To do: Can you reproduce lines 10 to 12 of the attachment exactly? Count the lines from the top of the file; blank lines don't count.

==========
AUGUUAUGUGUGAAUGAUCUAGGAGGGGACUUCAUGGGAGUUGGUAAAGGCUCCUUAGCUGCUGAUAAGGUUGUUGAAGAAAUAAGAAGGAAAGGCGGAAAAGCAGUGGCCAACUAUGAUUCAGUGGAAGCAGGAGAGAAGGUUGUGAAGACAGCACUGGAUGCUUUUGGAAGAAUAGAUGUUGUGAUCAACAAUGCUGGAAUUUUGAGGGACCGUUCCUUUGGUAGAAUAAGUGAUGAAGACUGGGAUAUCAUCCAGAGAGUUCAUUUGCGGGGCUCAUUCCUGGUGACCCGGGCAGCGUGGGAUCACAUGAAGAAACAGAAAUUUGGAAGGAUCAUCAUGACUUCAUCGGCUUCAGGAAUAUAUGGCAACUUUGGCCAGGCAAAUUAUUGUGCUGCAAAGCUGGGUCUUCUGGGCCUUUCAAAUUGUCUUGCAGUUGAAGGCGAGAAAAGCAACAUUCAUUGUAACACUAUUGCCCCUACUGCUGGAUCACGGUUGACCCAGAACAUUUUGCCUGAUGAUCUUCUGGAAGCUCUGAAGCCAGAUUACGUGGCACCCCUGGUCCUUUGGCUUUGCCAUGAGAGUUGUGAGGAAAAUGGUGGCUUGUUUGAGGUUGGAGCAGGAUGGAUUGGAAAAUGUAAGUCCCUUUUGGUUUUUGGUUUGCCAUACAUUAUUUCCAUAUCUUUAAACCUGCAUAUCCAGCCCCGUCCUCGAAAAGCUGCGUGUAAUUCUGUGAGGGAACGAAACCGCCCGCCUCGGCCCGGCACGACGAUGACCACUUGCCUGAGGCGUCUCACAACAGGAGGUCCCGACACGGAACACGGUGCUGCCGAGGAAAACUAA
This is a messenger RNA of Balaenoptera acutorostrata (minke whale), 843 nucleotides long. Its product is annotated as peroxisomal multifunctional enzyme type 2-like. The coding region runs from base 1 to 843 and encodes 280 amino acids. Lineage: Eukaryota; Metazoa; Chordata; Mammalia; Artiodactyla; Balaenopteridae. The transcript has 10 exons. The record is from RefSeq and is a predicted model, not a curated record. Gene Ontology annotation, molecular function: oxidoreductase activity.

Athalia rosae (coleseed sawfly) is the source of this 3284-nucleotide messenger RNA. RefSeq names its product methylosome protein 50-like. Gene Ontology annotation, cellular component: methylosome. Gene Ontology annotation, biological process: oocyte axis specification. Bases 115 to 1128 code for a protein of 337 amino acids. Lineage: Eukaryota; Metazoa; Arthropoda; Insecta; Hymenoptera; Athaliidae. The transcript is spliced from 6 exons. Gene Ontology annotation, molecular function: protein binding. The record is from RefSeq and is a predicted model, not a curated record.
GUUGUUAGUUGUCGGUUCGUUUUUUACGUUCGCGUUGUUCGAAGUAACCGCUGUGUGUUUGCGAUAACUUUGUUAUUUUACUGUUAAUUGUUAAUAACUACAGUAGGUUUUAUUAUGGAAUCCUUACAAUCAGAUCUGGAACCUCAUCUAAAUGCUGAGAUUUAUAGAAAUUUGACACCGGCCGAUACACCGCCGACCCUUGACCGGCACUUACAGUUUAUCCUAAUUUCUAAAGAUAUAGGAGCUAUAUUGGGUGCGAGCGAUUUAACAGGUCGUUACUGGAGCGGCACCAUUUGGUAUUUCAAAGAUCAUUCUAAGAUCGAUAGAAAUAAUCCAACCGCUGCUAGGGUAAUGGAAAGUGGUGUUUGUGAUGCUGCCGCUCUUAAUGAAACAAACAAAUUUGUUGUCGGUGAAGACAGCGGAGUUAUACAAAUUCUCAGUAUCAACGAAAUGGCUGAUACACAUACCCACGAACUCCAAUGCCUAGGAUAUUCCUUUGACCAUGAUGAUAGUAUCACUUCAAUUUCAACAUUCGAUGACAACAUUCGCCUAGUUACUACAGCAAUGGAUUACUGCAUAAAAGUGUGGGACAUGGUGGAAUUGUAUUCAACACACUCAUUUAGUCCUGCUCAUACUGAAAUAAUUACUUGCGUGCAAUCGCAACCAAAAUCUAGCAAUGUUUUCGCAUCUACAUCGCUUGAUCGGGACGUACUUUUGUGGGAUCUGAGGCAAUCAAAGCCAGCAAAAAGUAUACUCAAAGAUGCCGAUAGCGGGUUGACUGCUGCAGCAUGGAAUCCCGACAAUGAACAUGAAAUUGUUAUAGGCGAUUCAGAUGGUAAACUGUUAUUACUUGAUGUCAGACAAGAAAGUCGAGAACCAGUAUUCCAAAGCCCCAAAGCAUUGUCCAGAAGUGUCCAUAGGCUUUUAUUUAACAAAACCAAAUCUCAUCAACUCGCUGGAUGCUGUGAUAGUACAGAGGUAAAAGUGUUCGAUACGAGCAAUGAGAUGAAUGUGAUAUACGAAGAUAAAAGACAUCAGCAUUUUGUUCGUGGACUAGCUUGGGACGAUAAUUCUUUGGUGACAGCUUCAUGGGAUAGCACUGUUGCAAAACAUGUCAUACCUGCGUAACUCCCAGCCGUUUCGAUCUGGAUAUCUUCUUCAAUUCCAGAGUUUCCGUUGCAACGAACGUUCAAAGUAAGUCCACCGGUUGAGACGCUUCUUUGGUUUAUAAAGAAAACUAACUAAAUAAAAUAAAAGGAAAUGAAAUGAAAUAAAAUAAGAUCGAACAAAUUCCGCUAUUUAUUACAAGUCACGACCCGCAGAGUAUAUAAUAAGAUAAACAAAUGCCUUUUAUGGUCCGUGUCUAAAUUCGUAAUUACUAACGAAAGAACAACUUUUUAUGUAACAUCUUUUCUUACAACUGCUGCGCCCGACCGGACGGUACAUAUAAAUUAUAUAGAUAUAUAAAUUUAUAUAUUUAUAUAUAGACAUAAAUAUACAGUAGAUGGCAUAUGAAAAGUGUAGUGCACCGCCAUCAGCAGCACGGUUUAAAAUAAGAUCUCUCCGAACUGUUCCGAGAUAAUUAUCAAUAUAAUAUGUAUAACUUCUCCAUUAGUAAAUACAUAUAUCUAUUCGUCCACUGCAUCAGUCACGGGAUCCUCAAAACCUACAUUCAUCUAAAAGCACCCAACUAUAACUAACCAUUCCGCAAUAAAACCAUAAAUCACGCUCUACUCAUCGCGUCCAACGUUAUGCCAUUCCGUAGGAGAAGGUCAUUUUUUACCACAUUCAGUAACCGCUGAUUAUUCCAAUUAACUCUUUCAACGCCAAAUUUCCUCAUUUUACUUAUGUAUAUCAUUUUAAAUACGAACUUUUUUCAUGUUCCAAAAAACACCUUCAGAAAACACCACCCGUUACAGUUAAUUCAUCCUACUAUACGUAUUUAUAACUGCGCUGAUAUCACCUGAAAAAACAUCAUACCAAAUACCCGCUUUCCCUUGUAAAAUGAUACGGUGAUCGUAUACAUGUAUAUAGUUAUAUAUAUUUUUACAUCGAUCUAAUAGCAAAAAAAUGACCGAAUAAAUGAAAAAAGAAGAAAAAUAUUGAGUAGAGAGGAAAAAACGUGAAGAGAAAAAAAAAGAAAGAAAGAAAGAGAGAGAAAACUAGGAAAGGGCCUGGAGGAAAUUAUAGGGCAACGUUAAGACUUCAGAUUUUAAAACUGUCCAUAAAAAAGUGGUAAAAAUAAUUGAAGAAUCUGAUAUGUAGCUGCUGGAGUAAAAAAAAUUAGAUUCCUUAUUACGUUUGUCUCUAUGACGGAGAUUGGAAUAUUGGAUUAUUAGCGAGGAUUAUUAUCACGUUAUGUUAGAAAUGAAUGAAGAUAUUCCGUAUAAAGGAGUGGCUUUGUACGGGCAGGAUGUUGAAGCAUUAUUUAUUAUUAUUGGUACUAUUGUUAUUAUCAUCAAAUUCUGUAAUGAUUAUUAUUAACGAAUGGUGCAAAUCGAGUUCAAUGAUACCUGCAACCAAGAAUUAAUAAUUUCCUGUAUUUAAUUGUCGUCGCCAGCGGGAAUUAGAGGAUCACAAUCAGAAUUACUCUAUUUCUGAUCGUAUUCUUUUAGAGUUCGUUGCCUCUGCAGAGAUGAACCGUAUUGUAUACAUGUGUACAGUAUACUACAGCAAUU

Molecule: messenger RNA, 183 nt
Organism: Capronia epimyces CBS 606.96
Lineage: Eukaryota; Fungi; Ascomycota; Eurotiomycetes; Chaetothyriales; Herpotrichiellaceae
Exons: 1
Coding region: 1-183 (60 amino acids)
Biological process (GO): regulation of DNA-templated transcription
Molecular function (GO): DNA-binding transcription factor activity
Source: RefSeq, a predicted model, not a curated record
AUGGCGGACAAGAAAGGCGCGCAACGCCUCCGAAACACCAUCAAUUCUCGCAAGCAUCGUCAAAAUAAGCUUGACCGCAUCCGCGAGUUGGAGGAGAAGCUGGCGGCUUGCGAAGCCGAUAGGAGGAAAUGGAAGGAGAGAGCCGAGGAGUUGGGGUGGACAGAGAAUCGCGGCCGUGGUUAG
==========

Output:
Biological process (GO): regulation of DNA-templated transcription
Molecular function (GO): DNA-binding transcription factor activity
Source: RefSeq, a predicted model, not a curated record